Colo. Springs shopping for its brand


The way Doug Price sees it, a city slogan or brand will help Colorado Springs tell its story.

It’s a story that is often misrepresented in the national media, said Price, president and CEO of the Colorado Springs Convention and Visitors Bureau and chairman of the Mayor’s Branding Taskforce.

Without a unified message, the city is always on the defensive and never on the offensive, he said.

“We need to come together with a consistent message,” he said.

This week, nearly 100 business leaders and residents gathered at the U.S. Olympic Training Center to brainstorm possible brands for Colorado Springs and the Pikes Peak region. They talked about the reasons why they like living in Colorado Springs — it’s a big city with a small town feel; it’s welcoming; it has a highly educated and trained workforce; it’s gorgeous; and there are limitless possibilities in career, family and outdoor adventure, they said.

The two-day meeting was the final step in gathering community input toward the creation of a branding strategy that can be used for marketing and advertising campaigns that define and hype the city.

In May, the Colorado Springs Convention and Visitors Bureau, as part of the Colorado Springs Mayor’s Branding Task Force, hired Stone Mantel brand and strategy firm with the express mission of formulating a branding platform. The goal of a city or regional brand is to position the city as a front-running community for economic rebound, the taskforce said when it announced the contract with Stone Mantel, a Colorado Springs-based firm.

History shows that some of the best branding strategies, by cities and corporations, were born in the midst of recessions, said Dave Norton, Stone Mantel principal and lead strategist.

In the 1980s, brands were about the logo, or brand recognition. In the 1990s, brands were about the experience. In 2003, it was about brand truth — you had to stand for something that was true beyond profit, Norton said.

Today, in the current recession, consumer sensibility has been shaken, Norton said. People are making decisions about how they live and what they buy based on limited resources. The filter they apply to decisions is: “Will it make me happier?”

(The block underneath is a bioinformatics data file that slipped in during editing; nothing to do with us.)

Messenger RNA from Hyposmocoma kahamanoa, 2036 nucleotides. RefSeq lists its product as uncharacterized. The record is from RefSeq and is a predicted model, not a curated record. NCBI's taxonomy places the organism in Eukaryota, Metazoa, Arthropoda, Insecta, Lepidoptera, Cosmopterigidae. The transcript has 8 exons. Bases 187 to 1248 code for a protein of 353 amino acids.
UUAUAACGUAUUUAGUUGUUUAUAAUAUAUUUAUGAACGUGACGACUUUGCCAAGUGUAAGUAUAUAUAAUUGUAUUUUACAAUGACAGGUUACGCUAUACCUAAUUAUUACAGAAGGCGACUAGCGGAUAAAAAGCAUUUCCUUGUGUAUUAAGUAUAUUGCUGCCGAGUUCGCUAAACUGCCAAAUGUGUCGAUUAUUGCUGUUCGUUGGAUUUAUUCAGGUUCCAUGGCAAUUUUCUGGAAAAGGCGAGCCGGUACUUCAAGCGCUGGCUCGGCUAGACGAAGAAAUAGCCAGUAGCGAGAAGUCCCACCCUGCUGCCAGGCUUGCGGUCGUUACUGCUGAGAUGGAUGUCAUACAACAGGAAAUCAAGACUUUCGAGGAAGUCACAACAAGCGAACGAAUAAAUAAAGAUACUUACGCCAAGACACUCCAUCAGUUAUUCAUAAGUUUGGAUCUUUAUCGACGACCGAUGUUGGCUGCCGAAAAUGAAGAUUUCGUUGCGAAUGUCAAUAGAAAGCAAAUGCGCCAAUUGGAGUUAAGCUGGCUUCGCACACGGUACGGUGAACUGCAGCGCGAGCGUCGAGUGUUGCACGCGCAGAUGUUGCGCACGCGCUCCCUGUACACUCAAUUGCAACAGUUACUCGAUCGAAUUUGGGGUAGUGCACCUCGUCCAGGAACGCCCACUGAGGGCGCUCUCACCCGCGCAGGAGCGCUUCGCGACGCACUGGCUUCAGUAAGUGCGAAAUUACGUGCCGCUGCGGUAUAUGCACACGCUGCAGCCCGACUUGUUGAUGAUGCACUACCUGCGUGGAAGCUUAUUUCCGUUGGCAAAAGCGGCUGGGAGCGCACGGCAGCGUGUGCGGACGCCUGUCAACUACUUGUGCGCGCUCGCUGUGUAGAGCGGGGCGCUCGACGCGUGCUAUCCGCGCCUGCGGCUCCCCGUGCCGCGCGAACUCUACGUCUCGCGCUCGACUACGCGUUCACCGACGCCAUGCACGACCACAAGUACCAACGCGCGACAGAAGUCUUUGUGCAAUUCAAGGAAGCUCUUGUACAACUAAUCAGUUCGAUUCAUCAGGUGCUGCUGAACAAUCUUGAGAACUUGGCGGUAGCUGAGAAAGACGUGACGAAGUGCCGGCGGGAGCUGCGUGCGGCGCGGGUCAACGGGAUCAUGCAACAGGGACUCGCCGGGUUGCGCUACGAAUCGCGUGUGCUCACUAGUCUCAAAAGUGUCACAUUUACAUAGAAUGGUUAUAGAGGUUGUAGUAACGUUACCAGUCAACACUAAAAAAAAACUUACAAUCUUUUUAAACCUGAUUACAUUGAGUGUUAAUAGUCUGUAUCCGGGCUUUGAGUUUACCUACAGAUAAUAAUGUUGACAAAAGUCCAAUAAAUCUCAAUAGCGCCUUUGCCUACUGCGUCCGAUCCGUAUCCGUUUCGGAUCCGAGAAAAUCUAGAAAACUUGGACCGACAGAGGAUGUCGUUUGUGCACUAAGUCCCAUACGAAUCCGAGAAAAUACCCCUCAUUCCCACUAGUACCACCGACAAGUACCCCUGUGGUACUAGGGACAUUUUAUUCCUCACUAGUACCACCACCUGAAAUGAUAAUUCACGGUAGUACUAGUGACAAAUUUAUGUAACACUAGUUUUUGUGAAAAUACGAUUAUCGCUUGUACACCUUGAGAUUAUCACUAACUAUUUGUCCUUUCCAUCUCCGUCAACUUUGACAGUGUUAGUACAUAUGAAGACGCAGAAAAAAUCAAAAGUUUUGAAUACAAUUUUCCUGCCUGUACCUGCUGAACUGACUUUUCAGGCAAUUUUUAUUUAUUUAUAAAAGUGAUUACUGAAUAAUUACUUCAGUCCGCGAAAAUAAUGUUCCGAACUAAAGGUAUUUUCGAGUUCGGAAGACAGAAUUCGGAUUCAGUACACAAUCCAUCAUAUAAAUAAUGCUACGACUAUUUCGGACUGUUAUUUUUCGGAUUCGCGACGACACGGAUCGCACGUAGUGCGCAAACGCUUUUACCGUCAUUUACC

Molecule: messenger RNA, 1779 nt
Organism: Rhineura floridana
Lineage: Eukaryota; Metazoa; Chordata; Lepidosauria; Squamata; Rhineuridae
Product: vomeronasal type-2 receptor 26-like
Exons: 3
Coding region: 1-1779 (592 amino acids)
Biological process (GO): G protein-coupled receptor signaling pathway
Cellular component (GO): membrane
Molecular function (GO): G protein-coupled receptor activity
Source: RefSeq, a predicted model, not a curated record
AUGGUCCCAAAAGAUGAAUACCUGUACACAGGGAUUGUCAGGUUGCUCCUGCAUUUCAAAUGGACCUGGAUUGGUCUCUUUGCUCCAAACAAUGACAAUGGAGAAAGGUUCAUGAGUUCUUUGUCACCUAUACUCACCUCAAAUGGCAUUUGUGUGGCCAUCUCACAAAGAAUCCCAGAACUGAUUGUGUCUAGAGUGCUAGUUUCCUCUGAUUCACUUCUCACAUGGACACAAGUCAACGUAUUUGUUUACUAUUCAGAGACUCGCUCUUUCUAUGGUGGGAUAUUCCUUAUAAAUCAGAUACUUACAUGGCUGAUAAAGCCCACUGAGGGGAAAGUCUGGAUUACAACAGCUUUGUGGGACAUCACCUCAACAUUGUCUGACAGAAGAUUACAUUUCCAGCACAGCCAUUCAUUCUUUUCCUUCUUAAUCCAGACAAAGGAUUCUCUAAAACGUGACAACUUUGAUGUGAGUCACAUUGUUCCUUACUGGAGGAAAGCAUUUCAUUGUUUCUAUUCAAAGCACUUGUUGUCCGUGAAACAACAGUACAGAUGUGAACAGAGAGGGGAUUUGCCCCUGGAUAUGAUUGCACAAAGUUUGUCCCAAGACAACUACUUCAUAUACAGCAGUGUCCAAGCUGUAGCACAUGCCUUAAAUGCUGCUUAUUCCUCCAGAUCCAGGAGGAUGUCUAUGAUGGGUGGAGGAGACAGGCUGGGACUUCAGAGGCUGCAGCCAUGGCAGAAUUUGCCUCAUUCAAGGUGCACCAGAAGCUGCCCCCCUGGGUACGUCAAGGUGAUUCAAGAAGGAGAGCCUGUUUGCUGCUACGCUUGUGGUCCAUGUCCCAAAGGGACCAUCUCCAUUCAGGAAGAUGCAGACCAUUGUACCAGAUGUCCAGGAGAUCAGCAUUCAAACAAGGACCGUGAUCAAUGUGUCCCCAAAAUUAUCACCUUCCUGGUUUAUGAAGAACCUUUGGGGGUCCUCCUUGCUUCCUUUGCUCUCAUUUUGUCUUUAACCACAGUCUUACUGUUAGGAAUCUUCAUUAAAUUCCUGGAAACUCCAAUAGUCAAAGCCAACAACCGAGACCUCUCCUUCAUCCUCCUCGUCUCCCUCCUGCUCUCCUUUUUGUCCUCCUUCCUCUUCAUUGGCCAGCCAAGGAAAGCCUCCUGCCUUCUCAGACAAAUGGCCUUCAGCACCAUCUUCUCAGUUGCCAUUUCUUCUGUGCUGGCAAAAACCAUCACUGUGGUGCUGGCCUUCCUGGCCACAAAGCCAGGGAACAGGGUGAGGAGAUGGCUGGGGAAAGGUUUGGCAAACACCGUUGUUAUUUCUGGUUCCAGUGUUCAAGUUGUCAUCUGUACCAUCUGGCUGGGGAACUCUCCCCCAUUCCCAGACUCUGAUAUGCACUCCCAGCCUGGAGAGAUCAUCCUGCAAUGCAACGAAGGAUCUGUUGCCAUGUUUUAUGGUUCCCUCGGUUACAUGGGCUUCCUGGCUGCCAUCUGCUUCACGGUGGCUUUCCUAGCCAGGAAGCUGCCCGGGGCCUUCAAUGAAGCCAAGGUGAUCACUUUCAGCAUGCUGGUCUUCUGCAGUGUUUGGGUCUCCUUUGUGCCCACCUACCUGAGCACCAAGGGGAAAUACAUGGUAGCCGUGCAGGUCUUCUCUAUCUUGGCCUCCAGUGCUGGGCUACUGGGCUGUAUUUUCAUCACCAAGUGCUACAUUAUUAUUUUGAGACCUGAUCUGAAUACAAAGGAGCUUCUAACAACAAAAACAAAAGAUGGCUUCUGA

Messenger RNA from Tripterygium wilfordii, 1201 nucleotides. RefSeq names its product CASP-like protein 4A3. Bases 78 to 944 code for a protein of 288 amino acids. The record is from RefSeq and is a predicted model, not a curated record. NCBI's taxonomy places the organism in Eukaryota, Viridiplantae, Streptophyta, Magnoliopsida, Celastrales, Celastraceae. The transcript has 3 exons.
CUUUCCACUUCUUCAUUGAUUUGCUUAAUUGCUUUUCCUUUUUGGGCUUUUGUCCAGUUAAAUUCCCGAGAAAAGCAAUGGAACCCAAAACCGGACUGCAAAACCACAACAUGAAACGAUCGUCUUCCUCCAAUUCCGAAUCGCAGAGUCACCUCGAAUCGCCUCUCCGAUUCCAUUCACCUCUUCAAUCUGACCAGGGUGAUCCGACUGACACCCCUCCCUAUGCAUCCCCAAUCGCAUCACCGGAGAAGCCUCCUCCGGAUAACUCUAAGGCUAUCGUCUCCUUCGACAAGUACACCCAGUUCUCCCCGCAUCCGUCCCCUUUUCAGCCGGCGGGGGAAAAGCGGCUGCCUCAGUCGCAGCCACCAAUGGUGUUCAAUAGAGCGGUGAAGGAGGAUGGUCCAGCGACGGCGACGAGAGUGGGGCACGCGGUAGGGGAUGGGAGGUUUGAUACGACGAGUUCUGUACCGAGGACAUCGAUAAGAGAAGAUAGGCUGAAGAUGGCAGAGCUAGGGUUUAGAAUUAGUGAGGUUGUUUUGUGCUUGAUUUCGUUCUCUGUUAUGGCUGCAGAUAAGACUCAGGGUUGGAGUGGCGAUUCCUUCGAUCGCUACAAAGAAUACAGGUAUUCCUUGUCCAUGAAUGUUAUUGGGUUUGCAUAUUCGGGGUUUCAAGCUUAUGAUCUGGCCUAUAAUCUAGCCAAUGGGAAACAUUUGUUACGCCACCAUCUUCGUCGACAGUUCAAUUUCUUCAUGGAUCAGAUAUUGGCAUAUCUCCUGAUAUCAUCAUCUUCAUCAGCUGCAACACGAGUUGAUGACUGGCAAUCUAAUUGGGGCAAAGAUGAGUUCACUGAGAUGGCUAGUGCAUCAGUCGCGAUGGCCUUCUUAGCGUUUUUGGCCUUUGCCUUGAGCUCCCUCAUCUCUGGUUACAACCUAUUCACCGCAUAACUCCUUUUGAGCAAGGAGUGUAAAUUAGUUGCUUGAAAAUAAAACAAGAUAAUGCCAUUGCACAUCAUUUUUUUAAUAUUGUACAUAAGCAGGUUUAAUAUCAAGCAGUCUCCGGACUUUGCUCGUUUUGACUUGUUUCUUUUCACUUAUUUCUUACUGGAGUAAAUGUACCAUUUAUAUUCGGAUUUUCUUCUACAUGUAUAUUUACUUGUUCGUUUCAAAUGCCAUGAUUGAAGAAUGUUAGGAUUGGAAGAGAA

All the major brands are now making a promise about happiness, he said.

“Whatever we do, we have to be in alignment with peoples’ mindset,” he said.

Norton said the firm is trying to address three audiences: residents, visitors and businesses that Colorado Springs is trying to keep or attract.

In 2007, Anchorage, Ala. followed the same branding process, led by Stone Mantel and one other firm, and built its brand strategy around the idea that it was a city of abundance. Its brand, “Big Wild Life,” sought “to express the unique, larger-than-life lifestyle of Anchorage residents,” city officials said. In the past five years, the Big Wild Life slogan has been put on T-shirts, websites and used in business marketing and advertising campaigns.

Abundance is the key word that drives the marketing strategy: Anchorage is a city where the days are longer and the nights are brighter, and the day-to-day is lived on a grand scale, according to the Big Wild Life website.

During this week’s brainstorming sessions, Norton asked people to come up with key words, like abundance, that represent Colorado Springs. The idea is that once a key word or phrase is identified, the strategies fall in under it.

Sam Eppley, vice president of the Colorado Springs Downtown Partnership and owner of Sparrow Hawk Cookware downtown, said Colorado Springs means “coming home.”

“Everyone is from somewhere else but they choose to be here,” he said during the brainstorming session. “Somehow, this is home.”

Others felt the word “limitless” describes the opportunities for education, career, family and outdoor recreation.

“We are in the top 10 in so many categories,” said Kevin Johnson, CEO of ELOPE, Inc. “What other city can compare?”

In the coming months, Stone Mantel will present three brand strategies to the taskforce and then begin to work on the brand slogan or tagline. The task force includes the City of Colorado Springs, Colorado Springs Convention & Visitors Bureau, Colorado Springs Regional Economic Development Corp., Greater Colorado Springs Chamber of Commerce, Colorado Springs Sports Corp., El Pomar Foundation and Housing and Building Association of Colorado Springs.

The goal is to have the branding process complete this year so that the city, region and individual organizations can incorporate the branding into the 2012 advertising marketing and public relation efforts.

In the past, there have been efforts to come up with a city slogan or brand, Price said. But, the efforts may have left people out or gave the impression that the efforts were done in a board room. He said this branding effort has included interviews with residents from all income levels, all sides of town, all professions and all ages.

He’s hoping that translates into ownership, he said.

“I would like to see the businesses in the community adopt the brand into their messaging,” Price said. “I would say to the USOC and the Space Foundation, help us tell the story.”


  1. Buddy Gilmore

    Two thoughts on branding: First “Colorado Springs – We Are America The Beautiful”. Colorado Springs becomes synonymous with the song inspired by our natural beauty. It would create an instant picture of our city every time someone hears the song.

    Second: “Colorado Springs – No Mountain Too High”. This slogan would tie to our most prominent natural feature, Pikes Peak, and would also link to our Olympic Spirit. It paints a picture of a city always working hard to achieve greatness

Comments are closed.